Share the learning intentions for the activity. Tell students that the class will be:
Learners have a clear understanding of what they are learning and can see how it fits into the bigger context.
Before they start defining their requirements, it is important students have completely understood the different voting systems being used.
The AEC Education site provides a resource called Topic 3 – What’s your vote worth? in their series on voting and elections. The introductory activity in this resource is an exploration of a hypothetical student election, and the associated worksheet is available as Topic 3 – Blackline Master 1 from the download link on the AEC Democracy Rulespage.Using the teacher guide for the introductory activity, have students work through BLM1 with particular emphasis on the secret ballot elections (ie one first past the post, the other preferential).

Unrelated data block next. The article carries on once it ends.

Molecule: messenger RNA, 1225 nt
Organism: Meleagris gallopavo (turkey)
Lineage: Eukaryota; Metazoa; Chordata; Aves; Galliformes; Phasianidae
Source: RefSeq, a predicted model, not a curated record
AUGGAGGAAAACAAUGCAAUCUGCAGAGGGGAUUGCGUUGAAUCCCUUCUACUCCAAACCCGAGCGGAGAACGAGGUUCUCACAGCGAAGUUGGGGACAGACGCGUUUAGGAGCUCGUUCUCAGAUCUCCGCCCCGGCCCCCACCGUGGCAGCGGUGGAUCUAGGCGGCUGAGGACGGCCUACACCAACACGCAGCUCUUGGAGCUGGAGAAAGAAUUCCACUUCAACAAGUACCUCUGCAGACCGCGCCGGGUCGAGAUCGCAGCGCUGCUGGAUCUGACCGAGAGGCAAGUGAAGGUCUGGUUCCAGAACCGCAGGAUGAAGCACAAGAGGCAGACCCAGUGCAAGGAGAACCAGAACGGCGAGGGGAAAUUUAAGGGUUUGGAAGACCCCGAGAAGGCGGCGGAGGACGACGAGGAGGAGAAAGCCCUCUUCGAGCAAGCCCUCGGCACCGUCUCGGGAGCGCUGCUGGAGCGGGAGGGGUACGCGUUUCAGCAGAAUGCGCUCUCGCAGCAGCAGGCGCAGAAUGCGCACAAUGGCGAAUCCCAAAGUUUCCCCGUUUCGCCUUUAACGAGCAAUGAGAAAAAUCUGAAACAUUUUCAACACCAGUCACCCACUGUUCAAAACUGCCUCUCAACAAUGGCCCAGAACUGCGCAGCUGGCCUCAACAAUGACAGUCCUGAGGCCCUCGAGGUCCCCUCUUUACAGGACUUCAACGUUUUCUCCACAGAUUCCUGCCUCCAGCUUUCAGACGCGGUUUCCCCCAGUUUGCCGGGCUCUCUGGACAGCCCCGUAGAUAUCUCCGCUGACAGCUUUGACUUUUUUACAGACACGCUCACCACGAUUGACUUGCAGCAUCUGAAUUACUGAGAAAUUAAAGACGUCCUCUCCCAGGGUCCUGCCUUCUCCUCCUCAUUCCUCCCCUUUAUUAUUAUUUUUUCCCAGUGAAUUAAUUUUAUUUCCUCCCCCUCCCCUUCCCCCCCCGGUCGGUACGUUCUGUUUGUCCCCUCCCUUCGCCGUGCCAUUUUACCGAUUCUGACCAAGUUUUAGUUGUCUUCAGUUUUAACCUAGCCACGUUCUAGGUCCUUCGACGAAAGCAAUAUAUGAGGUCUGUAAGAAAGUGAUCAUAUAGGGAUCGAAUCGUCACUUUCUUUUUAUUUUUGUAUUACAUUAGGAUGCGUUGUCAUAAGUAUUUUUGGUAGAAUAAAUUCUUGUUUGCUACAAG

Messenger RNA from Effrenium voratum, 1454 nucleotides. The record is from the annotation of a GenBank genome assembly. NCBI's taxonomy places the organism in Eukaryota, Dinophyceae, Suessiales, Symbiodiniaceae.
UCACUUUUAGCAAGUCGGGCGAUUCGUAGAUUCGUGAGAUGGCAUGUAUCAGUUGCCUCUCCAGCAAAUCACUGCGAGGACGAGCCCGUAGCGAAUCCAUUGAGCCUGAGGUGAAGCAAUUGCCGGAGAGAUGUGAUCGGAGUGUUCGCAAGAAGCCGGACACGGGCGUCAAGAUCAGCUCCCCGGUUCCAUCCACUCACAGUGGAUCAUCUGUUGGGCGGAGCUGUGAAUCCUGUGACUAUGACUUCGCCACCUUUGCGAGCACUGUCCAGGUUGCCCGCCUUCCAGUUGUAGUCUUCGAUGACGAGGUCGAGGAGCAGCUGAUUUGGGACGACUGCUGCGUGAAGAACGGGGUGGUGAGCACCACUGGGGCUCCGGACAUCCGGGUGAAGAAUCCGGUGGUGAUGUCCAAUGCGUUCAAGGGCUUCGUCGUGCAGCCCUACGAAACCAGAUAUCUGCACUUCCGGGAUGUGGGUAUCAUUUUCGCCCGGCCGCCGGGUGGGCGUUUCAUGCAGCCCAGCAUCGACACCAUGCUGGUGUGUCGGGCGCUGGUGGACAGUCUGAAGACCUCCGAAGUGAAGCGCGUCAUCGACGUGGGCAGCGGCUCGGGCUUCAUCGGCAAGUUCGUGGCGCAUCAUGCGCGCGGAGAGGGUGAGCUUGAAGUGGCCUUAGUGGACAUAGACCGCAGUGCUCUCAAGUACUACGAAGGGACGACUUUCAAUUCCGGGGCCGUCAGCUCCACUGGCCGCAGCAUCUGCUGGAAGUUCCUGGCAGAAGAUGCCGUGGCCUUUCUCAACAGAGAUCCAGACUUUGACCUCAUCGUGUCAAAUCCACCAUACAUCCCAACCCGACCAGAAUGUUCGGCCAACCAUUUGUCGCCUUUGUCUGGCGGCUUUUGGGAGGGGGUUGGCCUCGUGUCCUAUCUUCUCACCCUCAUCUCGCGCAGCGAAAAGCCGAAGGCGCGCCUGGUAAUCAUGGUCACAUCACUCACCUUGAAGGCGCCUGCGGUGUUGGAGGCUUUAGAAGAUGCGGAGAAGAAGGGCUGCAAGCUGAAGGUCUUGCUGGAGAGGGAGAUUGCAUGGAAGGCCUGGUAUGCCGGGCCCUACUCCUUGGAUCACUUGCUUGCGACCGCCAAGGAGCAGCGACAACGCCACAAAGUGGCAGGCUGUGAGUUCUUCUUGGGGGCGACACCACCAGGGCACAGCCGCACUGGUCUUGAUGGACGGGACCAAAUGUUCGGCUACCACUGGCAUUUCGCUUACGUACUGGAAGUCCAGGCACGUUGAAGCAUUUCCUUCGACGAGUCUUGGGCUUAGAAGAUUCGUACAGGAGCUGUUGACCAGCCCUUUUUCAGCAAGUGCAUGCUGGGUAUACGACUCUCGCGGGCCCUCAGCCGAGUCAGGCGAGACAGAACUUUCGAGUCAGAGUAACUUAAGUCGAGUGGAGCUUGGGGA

Over the course of this module, students will develop programs that correctly determine the winner of an election using two different types of voting systems:
Implementation of the first past the post solution will give them an opportunity to familiarise themselves with the implementation of an algorithm based on a relatively simple set of requirements.
From there, students who develop confidence working with Python and with algorithm design can independently pursue development of the preferential algorithm, while support may be necessary to have other students develop an appropriate solution.
Both are acceptable approaches.
The voting systems used in Australian elections at all levels of government can be defined in algorithmic terms, so the counting of votes can be performed easily and reliably using computer software. However, modern elections still take place using paper ballots and secret ballot boxes across the country, where people present physically to the polling place in their local community. What are some of the reasons, both technical and social, that might prevent Australia from moving to a fully online, electronic voting system?
Students reflect on their learning in this activity using the Triangle-Circle-Square strategy where they:
You can use the responses from this activity to identify any areas that might need extra attention in future lessons, and to get a sense of how far students have progressed in their understanding.